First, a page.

Ann Clwyd: To ask the Secretary of State for the Environment, Transport and the Regions what recent investigations his Department has carried out into the health problems associated with long-distance travel. [135132]

Mr. Mullin: In the light of evidence given during the House of Lords Science and Technology Sub-Committee on the aircraft cabin environment, we have commissioned an independent study on passenger health on board aircraft. The study, which should be completed by next spring will cover long and short haul travel. The intention of the study is to bring together existing research with a view to identifying where there are gaps in current knowledge.

Ann Clwyd: To ask the Secretary of State for the Environment, Transport and the Regions if he will introduce regulations to ensure a minimum requirement of space for seating in aircraft. [135134]

Mr. Mullin: The UK already has an airworthiness requirement for minimum seat space, and is unique in this respect. The Civil Aviation Authority which is responsible for the safety regulation of UK registered passenger aircraft, has set standards for seat spacing on UK registered aircraft since 1989. There is also a limit on the number of seats in each row which determines the minimum width of seats.

Ann Clwyd: To ask the Secretary of State for the Environment, Transport and the Regions if he will take steps to regulate air transport to ensure that, on long-haul flights, the health of passengers is protected. [135133]

Mr. Mullin: The recent inquiry by the House of Lords Science and Technology Sub-Committee on the aircraft cabin environment looked into the health effects of travelling in commercial aircraft. We are currently awaiting the results of the inquiry and will study any recommendations it makes before considering the possibility of regulation.

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Mr. Flynn: To ask the Secretary of State for the Environment, Transport and the Regions what assessment he has made of the risks of thrombosis on long-haul flights; and what guidance he plans to issue to the air passenger industry to reduce such risks. [134634]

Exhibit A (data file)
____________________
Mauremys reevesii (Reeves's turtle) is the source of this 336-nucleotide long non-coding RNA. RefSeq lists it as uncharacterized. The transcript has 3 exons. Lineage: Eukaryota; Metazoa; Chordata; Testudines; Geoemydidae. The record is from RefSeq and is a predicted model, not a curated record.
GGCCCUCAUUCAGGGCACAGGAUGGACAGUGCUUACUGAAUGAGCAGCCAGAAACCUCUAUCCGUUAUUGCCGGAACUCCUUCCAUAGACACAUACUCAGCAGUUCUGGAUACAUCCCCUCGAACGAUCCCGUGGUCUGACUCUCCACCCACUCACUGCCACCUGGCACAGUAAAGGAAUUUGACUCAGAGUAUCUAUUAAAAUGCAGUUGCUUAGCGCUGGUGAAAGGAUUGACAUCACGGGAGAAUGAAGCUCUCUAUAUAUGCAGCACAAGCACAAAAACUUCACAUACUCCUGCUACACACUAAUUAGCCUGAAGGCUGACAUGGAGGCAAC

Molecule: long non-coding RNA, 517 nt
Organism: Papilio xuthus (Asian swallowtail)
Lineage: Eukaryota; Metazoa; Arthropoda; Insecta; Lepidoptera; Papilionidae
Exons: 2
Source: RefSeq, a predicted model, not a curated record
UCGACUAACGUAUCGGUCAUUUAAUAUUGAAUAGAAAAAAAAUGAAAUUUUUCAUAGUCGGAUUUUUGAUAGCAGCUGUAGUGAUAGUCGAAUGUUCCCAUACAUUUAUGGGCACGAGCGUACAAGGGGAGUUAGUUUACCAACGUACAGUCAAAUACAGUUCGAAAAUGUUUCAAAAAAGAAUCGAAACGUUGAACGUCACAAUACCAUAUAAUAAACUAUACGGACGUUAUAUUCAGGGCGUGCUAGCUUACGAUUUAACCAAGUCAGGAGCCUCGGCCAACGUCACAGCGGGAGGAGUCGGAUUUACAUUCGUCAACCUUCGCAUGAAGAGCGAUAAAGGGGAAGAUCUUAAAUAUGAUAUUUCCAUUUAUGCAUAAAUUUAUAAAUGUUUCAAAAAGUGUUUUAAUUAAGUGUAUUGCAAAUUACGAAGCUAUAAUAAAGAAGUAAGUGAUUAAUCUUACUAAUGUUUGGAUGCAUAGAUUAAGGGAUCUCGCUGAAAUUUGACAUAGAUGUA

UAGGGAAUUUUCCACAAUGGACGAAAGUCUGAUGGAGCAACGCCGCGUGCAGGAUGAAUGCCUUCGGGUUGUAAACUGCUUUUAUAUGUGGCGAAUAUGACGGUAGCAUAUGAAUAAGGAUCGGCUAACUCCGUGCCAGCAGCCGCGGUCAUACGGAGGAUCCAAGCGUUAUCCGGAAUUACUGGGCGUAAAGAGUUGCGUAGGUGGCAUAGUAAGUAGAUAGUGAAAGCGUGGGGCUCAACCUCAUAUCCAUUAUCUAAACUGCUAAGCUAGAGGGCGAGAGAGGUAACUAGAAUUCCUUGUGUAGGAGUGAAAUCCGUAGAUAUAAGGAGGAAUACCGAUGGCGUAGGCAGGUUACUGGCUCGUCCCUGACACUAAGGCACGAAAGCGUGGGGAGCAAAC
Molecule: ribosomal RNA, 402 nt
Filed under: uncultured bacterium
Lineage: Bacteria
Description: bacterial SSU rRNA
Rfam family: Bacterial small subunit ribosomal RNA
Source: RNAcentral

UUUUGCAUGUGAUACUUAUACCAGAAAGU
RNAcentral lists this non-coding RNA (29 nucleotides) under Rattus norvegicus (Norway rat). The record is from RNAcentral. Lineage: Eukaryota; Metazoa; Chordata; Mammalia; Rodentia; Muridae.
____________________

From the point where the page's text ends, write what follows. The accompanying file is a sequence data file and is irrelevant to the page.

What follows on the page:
Mr. Mullin: We are currently awaiting the results of the inquiry by the House of Lords Science and Technology Sub-Committee on the aircraft cabin environment.

In the light of the evidence given during the inquiry, we have commissioned an independent study on passenger health on board aircraft, including the risk of thrombosis. The study, which should be completed by next spring, will bring together existing research with a view to identifying where there are gaps in current knowledge.

The focus of current guidance on the possible risks of air travel, such as deep vein thrombosis, is to inform passengers of when there may be risks and to allow them to take any necessary precautions. The 'Health Advice for Travellers' booklet, issued by the Department of Health, has been recently updated and includes references to potential risks. The latest version was issued in September and contains advice on deep vein thrombosis. Approximately 12 million copies of this booklet are printed and made available to long and short haul travellers each year, usually through Post Offices, and it is also available on the internet and on CEEFAX. The 'Health Information for Overseas Travel' booklet issued to all GPs is also being updated and will include advice on the risk of deep vein thrombosis.